Thursday, 30 January 2020

...OK Let's Try Again!

So here we are, only 2 years after the last post. What can I say? Thanks to Louis forguidance on controlling spammers - that should no longer be a problem.

I'm investigating the best way to get my magazine reviews of new figures up on here - I get them back as pdfs - can they be loaded 'as is'? I think Louis may be needed again!

Oh, and I have updated the look to mark a 'New Start'!

Sunday, 5 March 2017

French Conquest of Algeria 1830s-40 V

Googling the subject brings up some good stuff  but...I want more! When I am doing a new period I become over interested (some, like my wife, say obsessed) with it and need to be immersed in information. Sad but there it is.

I kept hoping Douglas Porch would make it a trilogy and do it to go with the Conquest of Morocco and ditto the Sahara but it hasn't happened. I can't find my copy of Clayton to see what he has to say about it. Detaille briefly covers it, and so far the best is the reprint of Laurie, which has nothing on clothing or uniforms but quite a lot of brief descriptions of skirmishes and battles. No maps of the though.

I have another reprint of a book about the French in Algeria to try next.

The really good news is that I am no longer ploughing a lone furrow on this one - long time wargame pal Les Bielby-Tipping has joined me. He's now located in Northern France rebuilding a chateau farmstead so has less time on his hands for wargaming, but the idea has caught his imagination and he has signed up to do some troops for both sides - indeed I am expecting details of his french force today as its raining in France and he will get some time to write it down.

En avant mes enfants!

Monday, 27 February 2017

Headdresses In The Indian Army

Headdresses In The Indian Army
Major VJC Youde & Mike Blake

Major Youde’s original article appeared in the BMSS Bulletin No 5 pp137-143 1965 and was reprinted in Chota Sepoy, journal of the IA Special Interests Group. It was a laudable attempt to bring some clarity to this very complex subject. Building on the original, this article seeks to take the study further by clarifying some terms in the original and adding types not covered there.

There were two problems with the table and illustrations in Youde’s original article; some types lacked an illustration and some illustrations lacked text. This has been corrected. The illustrations were not in the same order as the text listing, and this also has been changed. These changes have necessitated the addition of some new reference numbers, but the new numbers have been added within, rather than the whole lot renumbered.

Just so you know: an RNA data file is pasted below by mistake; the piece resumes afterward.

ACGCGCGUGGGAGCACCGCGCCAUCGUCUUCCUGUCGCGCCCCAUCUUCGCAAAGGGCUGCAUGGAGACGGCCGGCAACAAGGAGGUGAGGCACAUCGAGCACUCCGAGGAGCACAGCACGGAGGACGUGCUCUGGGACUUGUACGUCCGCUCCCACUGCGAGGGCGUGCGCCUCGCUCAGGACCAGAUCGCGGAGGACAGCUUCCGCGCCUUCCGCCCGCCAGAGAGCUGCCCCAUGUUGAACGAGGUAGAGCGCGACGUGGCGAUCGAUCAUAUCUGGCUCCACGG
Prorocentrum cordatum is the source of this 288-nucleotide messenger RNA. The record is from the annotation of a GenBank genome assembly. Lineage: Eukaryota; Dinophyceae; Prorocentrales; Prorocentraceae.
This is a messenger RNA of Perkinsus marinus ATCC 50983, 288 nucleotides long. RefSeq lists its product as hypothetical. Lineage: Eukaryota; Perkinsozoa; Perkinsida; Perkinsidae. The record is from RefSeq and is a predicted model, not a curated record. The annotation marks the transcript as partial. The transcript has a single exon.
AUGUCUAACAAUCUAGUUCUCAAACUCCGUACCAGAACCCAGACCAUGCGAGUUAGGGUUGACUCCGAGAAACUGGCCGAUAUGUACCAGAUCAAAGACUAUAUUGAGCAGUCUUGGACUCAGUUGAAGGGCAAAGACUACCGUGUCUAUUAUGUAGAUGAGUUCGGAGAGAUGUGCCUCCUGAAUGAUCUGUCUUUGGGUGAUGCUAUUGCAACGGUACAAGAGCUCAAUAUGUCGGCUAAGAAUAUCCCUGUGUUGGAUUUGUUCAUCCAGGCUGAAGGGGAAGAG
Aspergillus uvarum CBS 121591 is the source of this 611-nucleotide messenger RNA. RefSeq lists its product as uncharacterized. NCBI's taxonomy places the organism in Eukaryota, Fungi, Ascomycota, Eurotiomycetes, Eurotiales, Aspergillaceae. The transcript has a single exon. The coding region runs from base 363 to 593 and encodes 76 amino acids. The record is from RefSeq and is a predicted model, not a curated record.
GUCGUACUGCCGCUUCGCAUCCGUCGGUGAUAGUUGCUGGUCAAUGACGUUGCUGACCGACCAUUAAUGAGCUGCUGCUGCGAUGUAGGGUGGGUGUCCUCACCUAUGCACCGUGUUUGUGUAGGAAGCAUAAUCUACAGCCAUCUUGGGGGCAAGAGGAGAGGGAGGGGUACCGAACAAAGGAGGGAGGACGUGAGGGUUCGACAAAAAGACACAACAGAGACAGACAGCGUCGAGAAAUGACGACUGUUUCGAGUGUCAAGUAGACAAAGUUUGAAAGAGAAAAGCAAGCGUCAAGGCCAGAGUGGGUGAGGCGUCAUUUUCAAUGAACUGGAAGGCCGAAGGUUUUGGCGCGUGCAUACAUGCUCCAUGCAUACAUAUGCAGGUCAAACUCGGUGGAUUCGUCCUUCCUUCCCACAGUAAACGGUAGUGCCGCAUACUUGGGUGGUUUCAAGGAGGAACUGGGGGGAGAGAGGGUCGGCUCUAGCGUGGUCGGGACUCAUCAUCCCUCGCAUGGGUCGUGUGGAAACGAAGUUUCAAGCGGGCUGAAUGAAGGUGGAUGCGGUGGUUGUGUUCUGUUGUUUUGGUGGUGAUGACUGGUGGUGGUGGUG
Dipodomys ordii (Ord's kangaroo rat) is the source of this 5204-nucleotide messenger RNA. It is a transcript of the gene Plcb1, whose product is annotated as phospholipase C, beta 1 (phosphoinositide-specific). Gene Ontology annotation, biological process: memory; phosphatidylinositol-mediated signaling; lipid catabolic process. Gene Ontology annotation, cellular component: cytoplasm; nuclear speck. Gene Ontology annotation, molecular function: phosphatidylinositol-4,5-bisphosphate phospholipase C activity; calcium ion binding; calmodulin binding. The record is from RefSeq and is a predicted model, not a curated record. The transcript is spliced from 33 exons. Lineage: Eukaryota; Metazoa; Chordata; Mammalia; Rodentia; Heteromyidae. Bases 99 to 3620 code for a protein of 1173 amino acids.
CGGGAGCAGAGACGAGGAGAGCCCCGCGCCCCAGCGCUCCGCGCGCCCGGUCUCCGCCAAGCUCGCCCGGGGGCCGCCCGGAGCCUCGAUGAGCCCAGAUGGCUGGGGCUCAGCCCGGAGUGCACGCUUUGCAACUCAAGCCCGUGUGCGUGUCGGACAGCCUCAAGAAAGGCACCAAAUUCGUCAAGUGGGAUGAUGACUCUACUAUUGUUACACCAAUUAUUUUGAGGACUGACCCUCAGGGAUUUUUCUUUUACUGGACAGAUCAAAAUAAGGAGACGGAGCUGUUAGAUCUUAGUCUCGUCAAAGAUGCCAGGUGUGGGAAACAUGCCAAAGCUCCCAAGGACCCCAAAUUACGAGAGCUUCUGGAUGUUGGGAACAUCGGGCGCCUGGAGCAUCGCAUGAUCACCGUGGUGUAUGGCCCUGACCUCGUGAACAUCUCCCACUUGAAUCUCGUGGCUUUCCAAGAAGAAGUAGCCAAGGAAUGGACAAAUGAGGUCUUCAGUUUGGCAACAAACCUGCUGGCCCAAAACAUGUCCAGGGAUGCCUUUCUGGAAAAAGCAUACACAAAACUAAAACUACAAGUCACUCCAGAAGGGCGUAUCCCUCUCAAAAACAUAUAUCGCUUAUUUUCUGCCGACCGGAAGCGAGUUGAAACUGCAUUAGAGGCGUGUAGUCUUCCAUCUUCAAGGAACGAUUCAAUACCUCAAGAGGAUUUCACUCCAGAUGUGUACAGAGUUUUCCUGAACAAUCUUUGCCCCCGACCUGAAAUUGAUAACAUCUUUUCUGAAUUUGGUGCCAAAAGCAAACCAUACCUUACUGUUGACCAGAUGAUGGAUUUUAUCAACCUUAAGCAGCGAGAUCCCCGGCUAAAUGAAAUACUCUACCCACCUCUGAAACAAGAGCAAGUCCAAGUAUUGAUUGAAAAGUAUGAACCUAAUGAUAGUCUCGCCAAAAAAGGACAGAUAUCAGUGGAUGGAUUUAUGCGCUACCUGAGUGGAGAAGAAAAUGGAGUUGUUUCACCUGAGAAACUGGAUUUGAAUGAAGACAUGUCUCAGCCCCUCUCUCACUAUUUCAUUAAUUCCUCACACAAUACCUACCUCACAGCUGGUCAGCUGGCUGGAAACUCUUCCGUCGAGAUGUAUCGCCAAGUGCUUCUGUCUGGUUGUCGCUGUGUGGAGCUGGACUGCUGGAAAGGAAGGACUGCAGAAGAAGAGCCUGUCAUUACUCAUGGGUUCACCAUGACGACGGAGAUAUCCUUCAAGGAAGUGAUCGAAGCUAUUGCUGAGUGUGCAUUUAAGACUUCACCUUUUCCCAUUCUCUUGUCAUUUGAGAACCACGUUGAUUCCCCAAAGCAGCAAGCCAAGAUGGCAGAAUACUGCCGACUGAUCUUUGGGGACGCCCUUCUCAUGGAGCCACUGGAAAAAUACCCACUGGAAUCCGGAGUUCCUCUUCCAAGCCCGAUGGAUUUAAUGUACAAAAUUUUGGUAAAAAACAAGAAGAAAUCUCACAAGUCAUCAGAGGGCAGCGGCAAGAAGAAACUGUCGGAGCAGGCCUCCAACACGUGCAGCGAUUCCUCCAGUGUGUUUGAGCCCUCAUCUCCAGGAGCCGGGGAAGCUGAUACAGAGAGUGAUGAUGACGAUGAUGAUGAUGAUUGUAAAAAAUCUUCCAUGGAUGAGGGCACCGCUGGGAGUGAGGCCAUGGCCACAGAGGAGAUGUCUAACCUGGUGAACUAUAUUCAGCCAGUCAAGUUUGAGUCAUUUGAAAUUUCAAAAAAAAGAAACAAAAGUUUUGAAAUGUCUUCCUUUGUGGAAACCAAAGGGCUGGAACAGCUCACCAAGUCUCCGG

It was difficult to know how much of the original to include as it contained a great deal of essential information. To avoid accusations of plagiarism, the original author has been credited here. Given that few will have access to either version, it has been included almost in full:

‘After the Mutiny, when the shako was discarded, the armies of India never again had a standard pattern of headdress. Until the 1880s the pillbox, worn straight or nearly so, was in common use, especially in the Bengal Army, but by 1895 the pugaree had ousted it except in the Regiments of Gurkhas. The wearing of the pugaree was permitted in the traditional tribal or caste fashion of the wearer which gave rise to a very large variety, and in mixed class Regiments to variations within the Regiment itself… The tables that follow are an attempt to solve some of these problems.
(The) classification of the headdresses into twelve main groups is somewhat arbitrary because it can take little note of that most powerful influence of all, Regimental custom. It is applicable primarily to the years 1900-1914. Anyone who has a picture of a Sikh of say, 1885, and another of 1939, will be aware of the changes that took place. Pugarees tended to become smaller and stiffer as time went on and as the use of starch replaced human saliva in the washing. By 1939 in many cases a pugaree was lifted off the head complete as a whole, and was wound only after washing and starching. It was starch that enabled the fringe to stand up straight above the pugaree like a fan, a practice that became common, especially in the old Frontier Force Regiments during the 1920s and '30's.  Unlike the cavalry, the use of a tail to the pugaree was rare in the infantry. Indeed, the only full dress examples known of are those of the Madrasi Mussalmans of the 63rd LI and 86th Carnatics shown in “Armies of India". They were however worn in service dress at this period by several classes in regiments especially those of the Northwest.